“I fell victim to a ransomware attack! Should I pay the ransom or not?”

Photo via Freepik

In our previous blogs, we have focused on the tips in preventing falling victim to cyber attacks. You may already have strong passwords, a password manager, VPN, anti-malware software, and such. But cybercriminals will always find new ways to trick victims. 

Cyber attacks, especially ransomware attacks, are evolving to the point that no one and no organization is safe from the attack. Ransomware attacks will not end anytime soon. 

 

What is a Ransomware attack?

Ransomware attack is basically when a cybercriminal takes control of your computer and declines your access to your own files. You are warned that your info, photos or videos will be published in public unless you pay a large amount of money (ransom) to stop them from doing so.

Cybercriminals usually do this by spreading the threat via email (phishing attacks), websites, and attaching files to your computer.

Anyone can fall victim. Just imagine if you’ve been hit with a ransomware attack, what will you do? Are you going to pay the ransom or not?

 

Should you pay the ransom or not?

Before deciding whether you will pay the ransom or not, ask yourself the following questions:

What could be the risks?

Are there no other options?

If you consider paying the ransom, how sure are you that you’ll get all of your data back? Will you trust these cybercriminals?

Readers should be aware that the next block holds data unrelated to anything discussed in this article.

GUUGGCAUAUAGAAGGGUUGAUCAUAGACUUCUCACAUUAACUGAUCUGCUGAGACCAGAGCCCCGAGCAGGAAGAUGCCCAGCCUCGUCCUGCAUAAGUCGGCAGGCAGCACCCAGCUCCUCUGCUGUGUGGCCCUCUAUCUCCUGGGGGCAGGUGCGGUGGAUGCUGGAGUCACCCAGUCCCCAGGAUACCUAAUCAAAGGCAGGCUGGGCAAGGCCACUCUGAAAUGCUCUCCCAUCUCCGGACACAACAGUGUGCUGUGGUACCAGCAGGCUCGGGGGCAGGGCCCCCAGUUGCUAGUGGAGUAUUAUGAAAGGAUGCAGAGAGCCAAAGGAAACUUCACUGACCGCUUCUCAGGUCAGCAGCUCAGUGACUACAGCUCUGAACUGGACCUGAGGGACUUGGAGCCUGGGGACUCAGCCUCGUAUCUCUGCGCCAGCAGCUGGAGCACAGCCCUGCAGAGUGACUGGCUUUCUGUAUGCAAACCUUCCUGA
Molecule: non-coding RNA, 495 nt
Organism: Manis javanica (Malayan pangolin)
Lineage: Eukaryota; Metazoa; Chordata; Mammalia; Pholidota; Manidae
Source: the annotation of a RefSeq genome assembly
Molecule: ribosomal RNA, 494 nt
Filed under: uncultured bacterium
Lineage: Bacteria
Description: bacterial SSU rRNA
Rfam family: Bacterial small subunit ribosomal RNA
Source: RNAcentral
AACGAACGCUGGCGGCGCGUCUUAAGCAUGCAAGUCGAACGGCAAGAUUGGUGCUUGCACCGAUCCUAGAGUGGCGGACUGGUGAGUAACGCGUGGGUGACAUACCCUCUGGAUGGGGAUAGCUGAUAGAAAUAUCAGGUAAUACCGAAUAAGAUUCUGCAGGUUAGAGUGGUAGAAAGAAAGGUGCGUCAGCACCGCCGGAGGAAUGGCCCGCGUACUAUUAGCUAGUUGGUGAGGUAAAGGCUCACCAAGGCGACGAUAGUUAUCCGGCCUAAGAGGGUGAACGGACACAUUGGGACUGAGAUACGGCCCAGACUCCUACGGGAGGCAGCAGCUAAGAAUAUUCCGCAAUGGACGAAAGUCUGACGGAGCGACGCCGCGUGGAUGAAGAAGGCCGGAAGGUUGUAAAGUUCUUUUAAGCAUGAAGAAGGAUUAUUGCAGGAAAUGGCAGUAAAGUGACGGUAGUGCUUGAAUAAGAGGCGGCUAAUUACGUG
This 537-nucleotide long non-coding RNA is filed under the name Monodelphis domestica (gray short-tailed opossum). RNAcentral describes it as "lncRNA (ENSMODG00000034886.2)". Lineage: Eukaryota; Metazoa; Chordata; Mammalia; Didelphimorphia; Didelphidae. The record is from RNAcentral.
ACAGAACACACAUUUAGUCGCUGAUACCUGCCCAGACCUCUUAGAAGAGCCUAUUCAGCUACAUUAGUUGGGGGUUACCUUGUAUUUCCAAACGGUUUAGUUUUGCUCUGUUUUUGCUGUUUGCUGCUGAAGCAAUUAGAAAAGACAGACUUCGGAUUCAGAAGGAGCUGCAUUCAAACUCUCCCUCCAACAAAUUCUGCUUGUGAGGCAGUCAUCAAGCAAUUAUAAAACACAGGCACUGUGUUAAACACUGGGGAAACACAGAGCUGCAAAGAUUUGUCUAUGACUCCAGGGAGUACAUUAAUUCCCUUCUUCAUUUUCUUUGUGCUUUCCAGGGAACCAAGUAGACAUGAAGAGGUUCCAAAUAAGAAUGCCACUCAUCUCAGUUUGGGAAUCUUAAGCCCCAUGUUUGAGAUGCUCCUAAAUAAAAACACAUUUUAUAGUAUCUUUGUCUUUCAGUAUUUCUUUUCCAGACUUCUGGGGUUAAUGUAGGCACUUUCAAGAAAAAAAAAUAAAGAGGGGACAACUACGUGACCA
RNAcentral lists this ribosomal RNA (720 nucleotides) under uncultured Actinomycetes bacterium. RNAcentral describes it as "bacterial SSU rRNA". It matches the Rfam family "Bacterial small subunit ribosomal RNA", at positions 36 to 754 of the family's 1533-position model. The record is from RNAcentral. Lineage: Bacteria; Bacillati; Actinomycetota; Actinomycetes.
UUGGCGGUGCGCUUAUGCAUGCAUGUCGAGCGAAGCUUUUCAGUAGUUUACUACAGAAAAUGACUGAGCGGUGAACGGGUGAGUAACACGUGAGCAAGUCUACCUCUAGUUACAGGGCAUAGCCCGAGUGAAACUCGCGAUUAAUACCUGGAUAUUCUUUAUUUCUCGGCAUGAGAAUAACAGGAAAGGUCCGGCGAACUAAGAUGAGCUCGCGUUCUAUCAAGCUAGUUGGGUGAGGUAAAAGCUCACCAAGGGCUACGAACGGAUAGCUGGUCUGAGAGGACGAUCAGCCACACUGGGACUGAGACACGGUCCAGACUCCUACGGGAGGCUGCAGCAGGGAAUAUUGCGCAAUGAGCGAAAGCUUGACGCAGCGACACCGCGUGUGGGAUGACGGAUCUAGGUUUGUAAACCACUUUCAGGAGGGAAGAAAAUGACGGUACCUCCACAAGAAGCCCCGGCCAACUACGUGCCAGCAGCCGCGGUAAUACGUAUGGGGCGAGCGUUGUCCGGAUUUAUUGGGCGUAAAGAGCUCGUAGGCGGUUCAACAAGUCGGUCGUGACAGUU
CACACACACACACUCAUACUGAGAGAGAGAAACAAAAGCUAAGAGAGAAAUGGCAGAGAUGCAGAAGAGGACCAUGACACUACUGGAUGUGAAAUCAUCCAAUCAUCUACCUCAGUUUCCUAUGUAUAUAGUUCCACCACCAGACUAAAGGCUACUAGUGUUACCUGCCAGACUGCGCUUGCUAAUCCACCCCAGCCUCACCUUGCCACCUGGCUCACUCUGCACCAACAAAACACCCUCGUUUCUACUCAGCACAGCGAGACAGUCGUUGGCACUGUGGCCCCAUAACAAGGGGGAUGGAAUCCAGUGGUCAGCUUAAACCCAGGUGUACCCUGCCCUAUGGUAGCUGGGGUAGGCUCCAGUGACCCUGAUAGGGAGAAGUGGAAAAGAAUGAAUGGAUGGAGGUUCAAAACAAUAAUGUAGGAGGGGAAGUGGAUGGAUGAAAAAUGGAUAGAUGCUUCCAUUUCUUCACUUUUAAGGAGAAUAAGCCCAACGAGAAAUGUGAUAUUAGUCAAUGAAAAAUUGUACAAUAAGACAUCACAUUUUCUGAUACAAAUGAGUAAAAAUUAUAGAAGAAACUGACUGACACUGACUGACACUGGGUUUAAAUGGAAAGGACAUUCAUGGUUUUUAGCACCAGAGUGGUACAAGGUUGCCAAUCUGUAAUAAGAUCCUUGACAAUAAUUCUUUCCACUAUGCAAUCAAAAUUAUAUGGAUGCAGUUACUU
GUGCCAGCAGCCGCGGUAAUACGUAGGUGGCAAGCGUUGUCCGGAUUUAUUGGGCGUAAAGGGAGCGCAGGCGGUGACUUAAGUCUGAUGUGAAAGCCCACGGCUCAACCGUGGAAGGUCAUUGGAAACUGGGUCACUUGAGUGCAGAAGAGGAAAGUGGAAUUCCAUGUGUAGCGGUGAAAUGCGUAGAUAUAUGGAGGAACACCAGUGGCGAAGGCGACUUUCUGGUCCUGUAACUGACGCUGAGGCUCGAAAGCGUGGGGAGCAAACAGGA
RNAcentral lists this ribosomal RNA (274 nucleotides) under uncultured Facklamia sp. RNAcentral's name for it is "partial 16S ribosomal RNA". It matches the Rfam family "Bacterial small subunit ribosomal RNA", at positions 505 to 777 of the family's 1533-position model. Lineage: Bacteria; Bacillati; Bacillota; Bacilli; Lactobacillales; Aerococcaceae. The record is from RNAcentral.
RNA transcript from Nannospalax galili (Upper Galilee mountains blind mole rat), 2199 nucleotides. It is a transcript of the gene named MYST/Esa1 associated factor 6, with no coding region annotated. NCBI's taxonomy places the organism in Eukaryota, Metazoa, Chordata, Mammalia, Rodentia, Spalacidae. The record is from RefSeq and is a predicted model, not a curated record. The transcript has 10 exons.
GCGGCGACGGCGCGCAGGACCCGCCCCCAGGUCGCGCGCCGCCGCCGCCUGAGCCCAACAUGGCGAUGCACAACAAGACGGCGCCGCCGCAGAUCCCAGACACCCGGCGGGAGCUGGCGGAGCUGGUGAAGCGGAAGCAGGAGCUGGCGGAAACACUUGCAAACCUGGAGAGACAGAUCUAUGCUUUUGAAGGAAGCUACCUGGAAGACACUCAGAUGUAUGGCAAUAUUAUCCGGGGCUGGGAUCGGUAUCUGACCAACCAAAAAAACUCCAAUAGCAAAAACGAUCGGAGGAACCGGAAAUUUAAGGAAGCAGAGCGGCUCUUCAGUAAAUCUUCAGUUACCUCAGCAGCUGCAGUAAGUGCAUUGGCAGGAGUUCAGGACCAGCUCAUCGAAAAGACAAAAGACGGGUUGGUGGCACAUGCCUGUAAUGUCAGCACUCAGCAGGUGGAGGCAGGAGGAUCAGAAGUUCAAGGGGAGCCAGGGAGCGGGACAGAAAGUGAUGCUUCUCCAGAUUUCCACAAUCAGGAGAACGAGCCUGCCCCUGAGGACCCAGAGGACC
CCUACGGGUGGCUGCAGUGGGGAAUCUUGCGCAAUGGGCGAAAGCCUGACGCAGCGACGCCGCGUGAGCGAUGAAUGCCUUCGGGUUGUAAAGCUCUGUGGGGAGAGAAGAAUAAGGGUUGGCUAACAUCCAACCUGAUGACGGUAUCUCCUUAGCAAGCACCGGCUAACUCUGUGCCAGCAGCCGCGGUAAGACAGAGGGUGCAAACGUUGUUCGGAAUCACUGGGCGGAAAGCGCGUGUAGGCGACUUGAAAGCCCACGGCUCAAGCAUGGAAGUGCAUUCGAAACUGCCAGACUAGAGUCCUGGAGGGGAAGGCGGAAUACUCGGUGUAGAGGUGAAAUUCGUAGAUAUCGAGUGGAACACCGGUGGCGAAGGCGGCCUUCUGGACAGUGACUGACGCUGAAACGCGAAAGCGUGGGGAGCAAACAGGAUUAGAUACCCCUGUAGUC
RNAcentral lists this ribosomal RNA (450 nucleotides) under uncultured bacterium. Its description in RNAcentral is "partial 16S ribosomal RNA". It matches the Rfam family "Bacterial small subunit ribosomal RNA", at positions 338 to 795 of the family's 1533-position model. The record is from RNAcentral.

There are still victims that will pay the ransomware demand with the belief of getting all their data back after the payment. But in reality, paying the ransom demand will not guarantee the return of the stolen data. A study shows that over half of ransomware victims pay the ransom, but only a quarter see their full data returned.

In some countries like New Zealand, it is not currently illegal to pay a cyber ransom. However, remember that ransomware is an illegal business that shouldn’t be tolerated.

Paying a ransom will not stop the ransomware attack. Cybercriminals will continue getting more victims if they continue receiving money from the victims.

The FBI has an advisory saying that “Paying a ransom doesn’t guarantee you or your organization will get any data back. It also encourages perpetrators to target more victims and offers an incentive for others to get involved in this type of illegal activity.”

Paying a ransom is not the only option and is not the solution. Report it to the FBI.

FBI reminds everyone that if you fall victims to a ransomware attack, you must:

Contact your local FBI field office to request assistance, or submit a tip online.

File a report with the FBI’s Internet Crime Complaint Center (IC3)

If you have any questions, contact us and we’d be glad to help.